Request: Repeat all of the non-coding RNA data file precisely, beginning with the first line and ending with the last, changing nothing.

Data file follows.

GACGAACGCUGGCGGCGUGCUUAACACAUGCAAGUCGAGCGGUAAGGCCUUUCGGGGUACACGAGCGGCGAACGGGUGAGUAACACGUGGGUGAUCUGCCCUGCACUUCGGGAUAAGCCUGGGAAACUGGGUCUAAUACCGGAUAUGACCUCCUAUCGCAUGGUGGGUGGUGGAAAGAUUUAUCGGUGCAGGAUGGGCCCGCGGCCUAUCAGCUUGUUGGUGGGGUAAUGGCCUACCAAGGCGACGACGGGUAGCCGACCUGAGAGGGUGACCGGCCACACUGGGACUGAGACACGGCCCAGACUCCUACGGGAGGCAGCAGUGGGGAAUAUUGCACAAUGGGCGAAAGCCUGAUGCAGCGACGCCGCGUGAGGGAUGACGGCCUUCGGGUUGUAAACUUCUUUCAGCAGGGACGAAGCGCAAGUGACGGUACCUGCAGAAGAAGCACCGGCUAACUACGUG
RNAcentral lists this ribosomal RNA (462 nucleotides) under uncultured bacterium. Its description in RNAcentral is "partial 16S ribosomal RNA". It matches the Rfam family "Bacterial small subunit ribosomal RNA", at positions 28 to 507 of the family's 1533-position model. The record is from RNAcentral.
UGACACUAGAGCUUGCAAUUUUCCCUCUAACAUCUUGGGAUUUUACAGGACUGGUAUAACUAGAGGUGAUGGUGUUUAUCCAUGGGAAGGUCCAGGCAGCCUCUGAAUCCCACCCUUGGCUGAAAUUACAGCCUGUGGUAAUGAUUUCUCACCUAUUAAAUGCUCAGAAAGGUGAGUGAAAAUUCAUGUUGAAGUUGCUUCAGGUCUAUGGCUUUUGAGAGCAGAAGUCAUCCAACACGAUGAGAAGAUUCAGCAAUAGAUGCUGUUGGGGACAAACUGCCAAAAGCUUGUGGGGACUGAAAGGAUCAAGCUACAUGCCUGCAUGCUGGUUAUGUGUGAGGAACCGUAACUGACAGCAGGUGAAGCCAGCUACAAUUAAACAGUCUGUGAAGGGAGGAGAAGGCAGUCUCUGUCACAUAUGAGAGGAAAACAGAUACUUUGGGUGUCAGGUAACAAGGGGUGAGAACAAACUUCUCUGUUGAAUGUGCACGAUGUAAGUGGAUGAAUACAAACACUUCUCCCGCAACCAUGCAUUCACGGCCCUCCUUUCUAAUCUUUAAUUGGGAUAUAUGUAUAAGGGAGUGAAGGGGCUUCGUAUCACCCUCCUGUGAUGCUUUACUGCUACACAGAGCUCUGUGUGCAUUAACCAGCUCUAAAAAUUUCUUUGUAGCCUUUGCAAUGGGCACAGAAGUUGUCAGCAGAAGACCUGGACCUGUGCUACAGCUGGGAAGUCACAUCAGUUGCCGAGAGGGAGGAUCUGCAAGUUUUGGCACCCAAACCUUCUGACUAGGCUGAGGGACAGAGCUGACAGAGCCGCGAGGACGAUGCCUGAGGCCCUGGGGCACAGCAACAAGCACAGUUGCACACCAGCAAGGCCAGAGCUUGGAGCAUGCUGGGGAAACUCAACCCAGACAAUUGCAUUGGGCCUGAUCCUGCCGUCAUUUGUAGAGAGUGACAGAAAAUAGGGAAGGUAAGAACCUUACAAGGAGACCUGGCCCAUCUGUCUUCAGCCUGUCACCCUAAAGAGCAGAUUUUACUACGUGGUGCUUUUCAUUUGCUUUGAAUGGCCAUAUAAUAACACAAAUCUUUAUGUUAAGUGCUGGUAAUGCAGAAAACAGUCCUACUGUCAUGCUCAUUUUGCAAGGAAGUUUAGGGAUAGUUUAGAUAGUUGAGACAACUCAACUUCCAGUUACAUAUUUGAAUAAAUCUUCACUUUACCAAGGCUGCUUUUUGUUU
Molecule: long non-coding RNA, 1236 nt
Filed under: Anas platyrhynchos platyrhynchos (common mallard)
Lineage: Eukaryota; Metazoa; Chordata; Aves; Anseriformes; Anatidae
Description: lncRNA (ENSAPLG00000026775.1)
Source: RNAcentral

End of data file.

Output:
GACGAACGCUGGCGGCGUGCUUAACACAUGCAAGUCGAGCGGUAAGGCCUUUCGGGGUACACGAGCGGCGAACGGGUGAGUAACACGUGGGUGAUCUGCCCUGCACUUCGGGAUAAGCCUGGGAAACUGGGUCUAAUACCGGAUAUGACCUCCUAUCGCAUGGUGGGUGGUGGAAAGAUUUAUCGGUGCAGGAUGGGCCCGCGGCCUAUCAGCUUGUUGGUGGGGUAAUGGCCUACCAAGGCGACGACGGGUAGCCGACCUGAGAGGGUGACCGGCCACACUGGGACUGAGACACGGCCCAGACUCCUACGGGAGGCAGCAGUGGGGAAUAUUGCACAAUGGGCGAAAGCCUGAUGCAGCGACGCCGCGUGAGGGAUGACGGCCUUCGGGUUGUAAACUUCUUUCAGCAGGGACGAAGCGCAAGUGACGGUACCUGCAGAAGAAGCACCGGCUAACUACGUG
RNAcentral lists this ribosomal RNA (462 nucleotides) under uncultured bacterium. Its description in RNAcentral is "partial 16S ribosomal RNA". It matches the Rfam family "Bacterial small subunit ribosomal RNA", at positions 28 to 507 of the family's 1533-position model. The record is from RNAcentral.
UGACACUAGAGCUUGCAAUUUUCCCUCUAACAUCUUGGGAUUUUACAGGACUGGUAUAACUAGAGGUGAUGGUGUUUAUCCAUGGGAAGGUCCAGGCAGCCUCUGAAUCCCACCCUUGGCUGAAAUUACAGCCUGUGGUAAUGAUUUCUCACCUAUUAAAUGCUCAGAAAGGUGAGUGAAAAUUCAUGUUGAAGUUGCUUCAGGUCUAUGGCUUUUGAGAGCAGAAGUCAUCCAACACGAUGAGAAGAUUCAGCAAUAGAUGCUGUUGGGGACAAACUGCCAAAAGCUUGUGGGGACUGAAAGGAUCAAGCUACAUGCCUGCAUGCUGGUUAUGUGUGAGGAACCGUAACUGACAGCAGGUGAAGCCAGCUACAAUUAAACAGUCUGUGAAGGGAGGAGAAGGCAGUCUCUGUCACAUAUGAGAGGAAAACAGAUACUUUGGGUGUCAGGUAACAAGGGGUGAGAACAAACUUCUCUGUUGAAUGUGCACGAUGUAAGUGGAUGAAUACAAACACUUCUCCCGCAACCAUGCAUUCACGGCCCUCCUUUCUAAUCUUUAAUUGGGAUAUAUGUAUAAGGGAGUGAAGGGGCUUCGUAUCACCCUCCUGUGAUGCUUUACUGCUACACAGAGCUCUGUGUGCAUUAACCAGCUCUAAAAAUUUCUUUGUAGCCUUUGCAAUGGGCACAGAAGUUGUCAGCAGAAGACCUGGACCUGUGCUACAGCUGGGAAGUCACAUCAGUUGCCGAGAGGGAGGAUCUGCAAGUUUUGGCACCCAAACCUUCUGACUAGGCUGAGGGACAGAGCUGACAGAGCCGCGAGGACGAUGCCUGAGGCCCUGGGGCACAGCAACAAGCACAGUUGCACACCAGCAAGGCCAGAGCUUGGAGCAUGCUGGGGAAACUCAACCCAGACAAUUGCAUUGGGCCUGAUCCUGCCGUCAUUUGUAGAGAGUGACAGAAAAUAGGGAAGGUAAGAACCUUACAAGGAGACCUGGCCCAUCUGUCUUCAGCCUGUCACCCUAAAGAGCAGAUUUUACUACGUGGUGCUUUUCAUUUGCUUUGAAUGGCCAUAUAAUAACACAAAUCUUUAUGUUAAGUGCUGGUAAUGCAGAAAACAGUCCUACUGUCAUGCUCAUUUUGCAAGGAAGUUUAGGGAUAGUUUAGAUAGUUGAGACAACUCAACUUCCAGUUACAUAUUUGAAUAAAUCUUCACUUUACCAAGGCUGCUUUUUGUUU
Molecule: long non-coding RNA, 1236 nt
Filed under: Anas platyrhynchos platyrhynchos (common mallard)
Lineage: Eukaryota; Metazoa; Chordata; Aves; Anseriformes; Anatidae
Description: lncRNA (ENSAPLG00000026775.1)
Source: RNAcentral